In France today, Sikhs are being humiliated by being asked to remove their turbans for identity photos in defiance of a UNHCR court ruling that the actions of the French Government are an infringement of the rights of Sikhs under Article 18. There was no mention of this in our Government’s recent report on human rights abuses across the world. France, after all, is a “friendly” country. These examples of religious discrimination are especially hurtful to the followers of a religion in which freedom of belief is considered to be so important that our Ninth Guru, Guru Tegh Bahadur, gave his life defending the right of Hindus, those of a different religion from his own, to freedom of worship.

What is of concern to me and others is that we, like other members of what we euphemistically call the Security Council are still living in a world of 19th-century power politics, a world in which the abuse of human rights was conveniently overlooked in a greed-fuelled era of strategic alliances. If there are any doubts about the failure of our power-bloc politics, we should reflect on the current tragedy of the Middle East, which began a century ago with the carving up of the former Ottoman Empire by British and French diplomats.

As a Christian hymn reminds us:

“New occasions teach new duties; Time makes ancient good uncouth;

They must upward still, and onward, who would keep abreast of Truth”.

The great human rights activist Andrei Sakharov said that,

“there can be no real peace in the world unless we are even-handed in our attitude to human rights”.

We will fail future generations if we do not heed his far-sighted words.

Action Against Hate

Earlier this week, Lord Singh the Director of the Network of Sikh Organisations, held the government to account following publication of their four-year hate crime action plan – Action Against Hate. The forty-page document contains not one example of hate crime affecting non-Abrahamic faiths, nor commitment to a single government funded project to deal with the problem. This is in stark contrast to the focus in the report on Abrahamic faiths, along with a firm commitment to implement taxpayer funded projects designed to combat hate crime faced by these communities, particularly Muslims and Jews.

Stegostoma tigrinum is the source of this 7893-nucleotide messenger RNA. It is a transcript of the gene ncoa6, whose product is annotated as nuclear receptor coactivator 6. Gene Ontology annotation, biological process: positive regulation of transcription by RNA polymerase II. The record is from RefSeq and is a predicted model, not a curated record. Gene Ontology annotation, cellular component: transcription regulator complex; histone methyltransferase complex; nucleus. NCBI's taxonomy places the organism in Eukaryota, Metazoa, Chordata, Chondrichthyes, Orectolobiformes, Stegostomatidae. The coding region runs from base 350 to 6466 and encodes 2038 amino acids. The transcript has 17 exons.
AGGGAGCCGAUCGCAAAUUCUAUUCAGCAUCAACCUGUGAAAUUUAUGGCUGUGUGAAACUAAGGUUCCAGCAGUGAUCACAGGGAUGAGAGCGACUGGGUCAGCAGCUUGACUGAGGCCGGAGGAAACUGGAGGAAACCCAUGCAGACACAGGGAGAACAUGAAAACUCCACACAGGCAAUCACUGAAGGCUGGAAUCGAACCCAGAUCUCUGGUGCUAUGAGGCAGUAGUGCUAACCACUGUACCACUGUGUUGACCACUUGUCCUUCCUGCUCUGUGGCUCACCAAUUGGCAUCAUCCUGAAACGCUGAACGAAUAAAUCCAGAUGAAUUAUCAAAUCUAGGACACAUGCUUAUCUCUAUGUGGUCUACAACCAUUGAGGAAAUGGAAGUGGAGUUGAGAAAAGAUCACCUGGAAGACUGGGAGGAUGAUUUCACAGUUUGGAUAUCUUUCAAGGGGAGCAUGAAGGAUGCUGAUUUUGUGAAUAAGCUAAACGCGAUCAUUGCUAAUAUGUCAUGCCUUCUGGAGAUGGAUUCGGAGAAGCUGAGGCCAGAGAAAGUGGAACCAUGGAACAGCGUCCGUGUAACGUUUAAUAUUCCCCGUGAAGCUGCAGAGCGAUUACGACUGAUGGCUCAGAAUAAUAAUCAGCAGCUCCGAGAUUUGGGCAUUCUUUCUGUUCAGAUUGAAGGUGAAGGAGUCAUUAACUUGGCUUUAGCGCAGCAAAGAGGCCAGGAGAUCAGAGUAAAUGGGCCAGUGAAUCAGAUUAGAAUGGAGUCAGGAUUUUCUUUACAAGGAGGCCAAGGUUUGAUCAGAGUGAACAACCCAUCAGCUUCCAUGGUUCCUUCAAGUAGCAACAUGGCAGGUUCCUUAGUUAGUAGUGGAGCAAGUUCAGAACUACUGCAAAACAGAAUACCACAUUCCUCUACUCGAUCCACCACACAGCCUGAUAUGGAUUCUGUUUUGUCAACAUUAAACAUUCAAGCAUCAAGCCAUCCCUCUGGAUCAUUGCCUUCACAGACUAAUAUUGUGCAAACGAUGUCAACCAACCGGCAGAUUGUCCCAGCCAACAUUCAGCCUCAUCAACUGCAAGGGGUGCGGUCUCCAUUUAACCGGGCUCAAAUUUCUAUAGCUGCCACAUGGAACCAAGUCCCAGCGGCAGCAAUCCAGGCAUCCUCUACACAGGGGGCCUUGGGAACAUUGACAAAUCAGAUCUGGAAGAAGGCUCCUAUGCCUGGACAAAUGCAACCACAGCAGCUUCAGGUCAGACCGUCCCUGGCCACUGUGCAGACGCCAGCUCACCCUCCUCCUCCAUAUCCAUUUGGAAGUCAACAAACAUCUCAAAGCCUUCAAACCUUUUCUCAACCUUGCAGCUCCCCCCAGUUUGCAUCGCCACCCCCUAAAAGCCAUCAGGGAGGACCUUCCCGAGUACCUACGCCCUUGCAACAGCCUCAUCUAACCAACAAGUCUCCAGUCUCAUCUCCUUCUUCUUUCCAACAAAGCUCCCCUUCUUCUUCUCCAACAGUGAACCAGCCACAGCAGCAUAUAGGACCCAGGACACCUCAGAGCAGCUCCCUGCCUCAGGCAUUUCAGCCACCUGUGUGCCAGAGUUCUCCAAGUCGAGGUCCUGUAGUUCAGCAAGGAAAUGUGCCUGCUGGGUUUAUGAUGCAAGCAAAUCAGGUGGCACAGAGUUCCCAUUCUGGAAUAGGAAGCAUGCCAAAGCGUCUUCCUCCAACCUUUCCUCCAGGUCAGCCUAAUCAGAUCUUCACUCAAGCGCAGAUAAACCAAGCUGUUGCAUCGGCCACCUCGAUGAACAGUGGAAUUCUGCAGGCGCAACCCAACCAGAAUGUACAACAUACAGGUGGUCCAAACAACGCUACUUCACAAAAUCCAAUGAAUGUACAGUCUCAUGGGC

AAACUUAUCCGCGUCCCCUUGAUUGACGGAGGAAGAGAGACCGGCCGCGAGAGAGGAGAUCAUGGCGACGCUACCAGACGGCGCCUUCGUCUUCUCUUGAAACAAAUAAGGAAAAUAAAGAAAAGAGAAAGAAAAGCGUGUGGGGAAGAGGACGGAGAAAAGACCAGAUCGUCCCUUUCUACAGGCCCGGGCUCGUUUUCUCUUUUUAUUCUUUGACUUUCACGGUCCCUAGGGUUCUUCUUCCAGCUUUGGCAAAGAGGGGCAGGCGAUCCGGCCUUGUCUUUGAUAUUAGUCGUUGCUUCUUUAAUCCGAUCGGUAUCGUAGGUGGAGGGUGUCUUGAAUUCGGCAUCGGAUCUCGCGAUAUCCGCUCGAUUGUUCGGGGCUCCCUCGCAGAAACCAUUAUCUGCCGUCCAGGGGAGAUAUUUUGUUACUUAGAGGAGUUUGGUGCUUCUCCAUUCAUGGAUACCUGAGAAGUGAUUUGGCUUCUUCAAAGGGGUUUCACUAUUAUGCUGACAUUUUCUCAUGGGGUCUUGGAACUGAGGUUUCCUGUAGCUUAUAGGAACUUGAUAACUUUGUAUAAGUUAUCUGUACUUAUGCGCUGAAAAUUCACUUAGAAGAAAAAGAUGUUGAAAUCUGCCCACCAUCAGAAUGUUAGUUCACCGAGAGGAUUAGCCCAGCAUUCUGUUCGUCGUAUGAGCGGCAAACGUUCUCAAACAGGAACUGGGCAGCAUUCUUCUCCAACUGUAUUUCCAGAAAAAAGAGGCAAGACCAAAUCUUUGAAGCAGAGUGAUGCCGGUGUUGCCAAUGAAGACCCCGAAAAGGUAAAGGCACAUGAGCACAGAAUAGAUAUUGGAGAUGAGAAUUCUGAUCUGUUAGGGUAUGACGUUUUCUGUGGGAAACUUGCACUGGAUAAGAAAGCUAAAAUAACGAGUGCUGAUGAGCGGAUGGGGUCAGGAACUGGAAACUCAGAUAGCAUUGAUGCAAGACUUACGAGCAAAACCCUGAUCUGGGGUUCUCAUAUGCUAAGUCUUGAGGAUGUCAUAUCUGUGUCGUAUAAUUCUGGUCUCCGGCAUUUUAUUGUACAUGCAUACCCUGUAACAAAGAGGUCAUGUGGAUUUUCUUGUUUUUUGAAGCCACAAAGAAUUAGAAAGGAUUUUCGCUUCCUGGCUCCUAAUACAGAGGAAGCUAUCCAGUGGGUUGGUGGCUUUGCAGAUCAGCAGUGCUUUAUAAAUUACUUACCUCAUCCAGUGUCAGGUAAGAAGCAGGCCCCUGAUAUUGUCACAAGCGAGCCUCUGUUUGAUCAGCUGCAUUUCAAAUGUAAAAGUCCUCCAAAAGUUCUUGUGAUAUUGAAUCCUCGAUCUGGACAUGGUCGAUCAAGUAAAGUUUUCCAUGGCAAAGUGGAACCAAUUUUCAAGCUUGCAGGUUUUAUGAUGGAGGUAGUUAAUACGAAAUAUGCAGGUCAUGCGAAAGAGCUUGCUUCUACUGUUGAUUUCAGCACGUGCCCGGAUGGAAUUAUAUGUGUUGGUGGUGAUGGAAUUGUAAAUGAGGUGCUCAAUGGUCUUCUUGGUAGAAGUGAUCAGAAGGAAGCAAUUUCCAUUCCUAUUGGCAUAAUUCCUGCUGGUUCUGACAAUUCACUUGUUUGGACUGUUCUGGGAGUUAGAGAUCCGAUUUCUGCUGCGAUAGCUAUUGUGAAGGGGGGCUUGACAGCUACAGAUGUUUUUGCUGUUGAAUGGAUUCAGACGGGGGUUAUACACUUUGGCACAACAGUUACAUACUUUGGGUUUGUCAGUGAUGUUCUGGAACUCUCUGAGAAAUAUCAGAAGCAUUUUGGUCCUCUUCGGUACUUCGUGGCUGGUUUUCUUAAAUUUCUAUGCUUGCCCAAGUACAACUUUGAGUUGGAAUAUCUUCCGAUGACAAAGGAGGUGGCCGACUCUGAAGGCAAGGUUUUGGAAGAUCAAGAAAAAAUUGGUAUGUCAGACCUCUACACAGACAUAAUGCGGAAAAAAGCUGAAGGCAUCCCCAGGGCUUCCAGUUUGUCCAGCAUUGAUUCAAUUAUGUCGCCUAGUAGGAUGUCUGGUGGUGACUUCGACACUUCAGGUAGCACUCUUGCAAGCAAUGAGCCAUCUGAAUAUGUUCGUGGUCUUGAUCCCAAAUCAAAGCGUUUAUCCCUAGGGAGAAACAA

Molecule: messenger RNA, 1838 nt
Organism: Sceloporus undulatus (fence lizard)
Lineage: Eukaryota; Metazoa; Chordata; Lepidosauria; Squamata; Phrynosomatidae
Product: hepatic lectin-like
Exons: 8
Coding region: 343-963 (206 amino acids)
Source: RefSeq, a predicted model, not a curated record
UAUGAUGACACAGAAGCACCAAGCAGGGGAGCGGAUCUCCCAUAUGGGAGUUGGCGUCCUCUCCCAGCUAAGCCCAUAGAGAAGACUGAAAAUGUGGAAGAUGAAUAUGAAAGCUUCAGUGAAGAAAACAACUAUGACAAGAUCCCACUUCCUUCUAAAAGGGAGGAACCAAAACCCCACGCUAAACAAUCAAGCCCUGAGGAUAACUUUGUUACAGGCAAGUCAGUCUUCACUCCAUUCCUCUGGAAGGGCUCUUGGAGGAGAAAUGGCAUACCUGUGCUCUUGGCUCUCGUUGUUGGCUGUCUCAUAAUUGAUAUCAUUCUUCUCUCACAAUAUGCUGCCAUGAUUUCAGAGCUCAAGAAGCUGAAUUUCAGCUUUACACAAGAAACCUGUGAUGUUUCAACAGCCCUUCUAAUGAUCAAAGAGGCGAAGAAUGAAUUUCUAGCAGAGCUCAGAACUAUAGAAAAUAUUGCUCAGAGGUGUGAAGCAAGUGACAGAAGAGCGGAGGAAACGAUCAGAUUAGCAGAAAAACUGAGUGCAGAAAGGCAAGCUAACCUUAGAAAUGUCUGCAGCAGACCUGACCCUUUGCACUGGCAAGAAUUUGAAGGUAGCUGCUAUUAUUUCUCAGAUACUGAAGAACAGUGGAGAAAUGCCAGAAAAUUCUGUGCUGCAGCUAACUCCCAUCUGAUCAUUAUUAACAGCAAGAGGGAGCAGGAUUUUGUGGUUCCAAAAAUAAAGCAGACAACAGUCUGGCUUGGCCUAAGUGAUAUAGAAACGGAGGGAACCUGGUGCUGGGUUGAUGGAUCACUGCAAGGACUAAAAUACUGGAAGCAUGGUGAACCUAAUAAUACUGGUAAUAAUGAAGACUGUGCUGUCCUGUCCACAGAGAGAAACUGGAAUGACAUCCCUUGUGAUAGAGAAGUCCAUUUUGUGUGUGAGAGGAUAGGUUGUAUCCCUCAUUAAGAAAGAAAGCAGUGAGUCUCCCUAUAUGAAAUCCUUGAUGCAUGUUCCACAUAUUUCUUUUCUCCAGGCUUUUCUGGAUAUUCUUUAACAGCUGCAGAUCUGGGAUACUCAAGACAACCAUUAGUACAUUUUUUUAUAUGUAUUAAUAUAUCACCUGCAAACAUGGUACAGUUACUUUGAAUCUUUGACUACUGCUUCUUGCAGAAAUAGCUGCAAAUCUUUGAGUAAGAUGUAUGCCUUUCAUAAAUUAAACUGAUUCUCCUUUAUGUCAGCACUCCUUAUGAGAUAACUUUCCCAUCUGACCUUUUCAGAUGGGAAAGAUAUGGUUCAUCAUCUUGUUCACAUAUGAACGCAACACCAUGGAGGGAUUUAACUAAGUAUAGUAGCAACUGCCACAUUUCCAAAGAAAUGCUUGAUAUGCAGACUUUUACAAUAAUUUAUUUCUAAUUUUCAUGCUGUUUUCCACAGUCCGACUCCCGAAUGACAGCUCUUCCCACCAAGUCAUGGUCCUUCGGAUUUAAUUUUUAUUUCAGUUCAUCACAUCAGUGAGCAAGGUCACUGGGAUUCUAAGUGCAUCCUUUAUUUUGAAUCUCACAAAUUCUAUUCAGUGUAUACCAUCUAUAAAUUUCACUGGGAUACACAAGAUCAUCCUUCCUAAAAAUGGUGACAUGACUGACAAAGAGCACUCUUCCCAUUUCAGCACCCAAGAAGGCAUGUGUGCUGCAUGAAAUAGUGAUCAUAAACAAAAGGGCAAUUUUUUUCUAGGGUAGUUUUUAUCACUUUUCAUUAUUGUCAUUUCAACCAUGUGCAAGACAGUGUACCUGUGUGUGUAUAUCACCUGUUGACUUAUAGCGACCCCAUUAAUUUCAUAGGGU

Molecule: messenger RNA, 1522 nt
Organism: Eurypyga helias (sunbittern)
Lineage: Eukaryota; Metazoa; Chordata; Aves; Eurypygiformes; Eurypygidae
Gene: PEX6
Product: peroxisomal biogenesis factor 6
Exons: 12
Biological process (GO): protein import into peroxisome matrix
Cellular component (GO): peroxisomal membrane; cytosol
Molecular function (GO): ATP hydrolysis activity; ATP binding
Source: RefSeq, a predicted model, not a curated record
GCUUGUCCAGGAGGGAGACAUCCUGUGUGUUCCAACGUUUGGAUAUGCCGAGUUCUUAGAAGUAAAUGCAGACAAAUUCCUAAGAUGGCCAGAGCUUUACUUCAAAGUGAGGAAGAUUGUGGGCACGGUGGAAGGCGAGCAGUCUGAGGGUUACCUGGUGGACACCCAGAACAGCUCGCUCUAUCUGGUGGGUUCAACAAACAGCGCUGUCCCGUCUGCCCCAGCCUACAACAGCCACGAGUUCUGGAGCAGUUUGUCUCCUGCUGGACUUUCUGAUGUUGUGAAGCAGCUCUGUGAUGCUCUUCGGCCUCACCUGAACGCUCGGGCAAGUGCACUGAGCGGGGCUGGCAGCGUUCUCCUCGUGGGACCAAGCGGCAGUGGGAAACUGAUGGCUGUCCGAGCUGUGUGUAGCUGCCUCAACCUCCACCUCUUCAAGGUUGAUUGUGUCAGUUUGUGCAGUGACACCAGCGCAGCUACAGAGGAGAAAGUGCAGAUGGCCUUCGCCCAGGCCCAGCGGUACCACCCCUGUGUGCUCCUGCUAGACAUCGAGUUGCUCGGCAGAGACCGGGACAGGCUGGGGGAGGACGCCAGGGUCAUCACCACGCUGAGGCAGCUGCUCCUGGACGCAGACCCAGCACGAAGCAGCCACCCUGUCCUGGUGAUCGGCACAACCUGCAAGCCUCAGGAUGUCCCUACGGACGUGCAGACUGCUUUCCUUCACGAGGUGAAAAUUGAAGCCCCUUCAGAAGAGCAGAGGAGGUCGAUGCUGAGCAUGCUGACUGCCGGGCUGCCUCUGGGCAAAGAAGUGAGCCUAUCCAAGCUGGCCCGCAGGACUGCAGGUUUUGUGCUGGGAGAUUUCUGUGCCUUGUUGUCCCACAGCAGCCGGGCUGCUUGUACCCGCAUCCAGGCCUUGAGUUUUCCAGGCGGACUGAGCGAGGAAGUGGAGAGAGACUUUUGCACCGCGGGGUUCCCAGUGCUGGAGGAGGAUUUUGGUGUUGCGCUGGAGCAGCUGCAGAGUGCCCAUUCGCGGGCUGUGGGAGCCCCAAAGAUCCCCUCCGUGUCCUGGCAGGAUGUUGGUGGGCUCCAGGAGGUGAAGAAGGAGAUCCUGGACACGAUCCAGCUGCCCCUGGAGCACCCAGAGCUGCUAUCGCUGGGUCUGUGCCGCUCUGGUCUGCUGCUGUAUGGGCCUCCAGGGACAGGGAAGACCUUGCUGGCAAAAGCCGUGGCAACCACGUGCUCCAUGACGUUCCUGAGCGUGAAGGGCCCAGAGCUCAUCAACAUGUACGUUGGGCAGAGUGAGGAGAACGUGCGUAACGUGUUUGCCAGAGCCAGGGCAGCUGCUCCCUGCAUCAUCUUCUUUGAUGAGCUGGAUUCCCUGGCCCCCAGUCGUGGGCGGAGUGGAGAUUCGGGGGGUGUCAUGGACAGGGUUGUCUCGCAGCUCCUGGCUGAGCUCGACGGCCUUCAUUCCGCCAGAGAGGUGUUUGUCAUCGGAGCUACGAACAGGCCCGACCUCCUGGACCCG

Lord Singh asked Her Majesty’s Government: “Why their report Action Against Hate: The UK Government’s plan for tackling hate crime, published in July 2016, does not report on the incidence of hate crimes against non-Abrahamic faith communities.”

Disappointed with the Minister’s initial response, Lord Singh went on:

“My Lords, I thank the Minister for her response but it does not address my concerns over the narrow and biased thinking in a report that details 45 examples of hate crime against Abrahamic faiths but not a single example of the many, well-documented mistaken-identity hate crimes suffered by Sikhs and others—and this in a report emanating from a department with specifically designated officers to consider hate crime against the Jewish and Muslim communities but not anyone else.

He added, “Would the Minister agree that that omission is more due to ignorance than deliberate discrimination? Would she further agree that those who preach the need for religious literacy should first themselves acquire some basic religious literacy, and apologise to those they have offended in such a way?”

Minister of State, Baroness Williams of Trafford made some vague references to “common issues across the strands of hate crime”, and without specific examples said “we also accept that there are issues which affect communities specifically.”

On the question of religious literacy she said, “We have talked about this in the past. People such as the media have a role to play in improving their religious literacy.”

The NSO has been raising the inequalities in the government’s approach to hate crime for some time. Lord Singh has highlighted the wider affects of ‘Islamophobia’ on a number of separate occasions, and earlier this year the NSO released FOI figures obtained from the MET, which revealed that 28% of victims of ‘Islamophobic hate crimes’ recorded by the MET in 2015, were in fact non-Muslim or people of no recorded faith.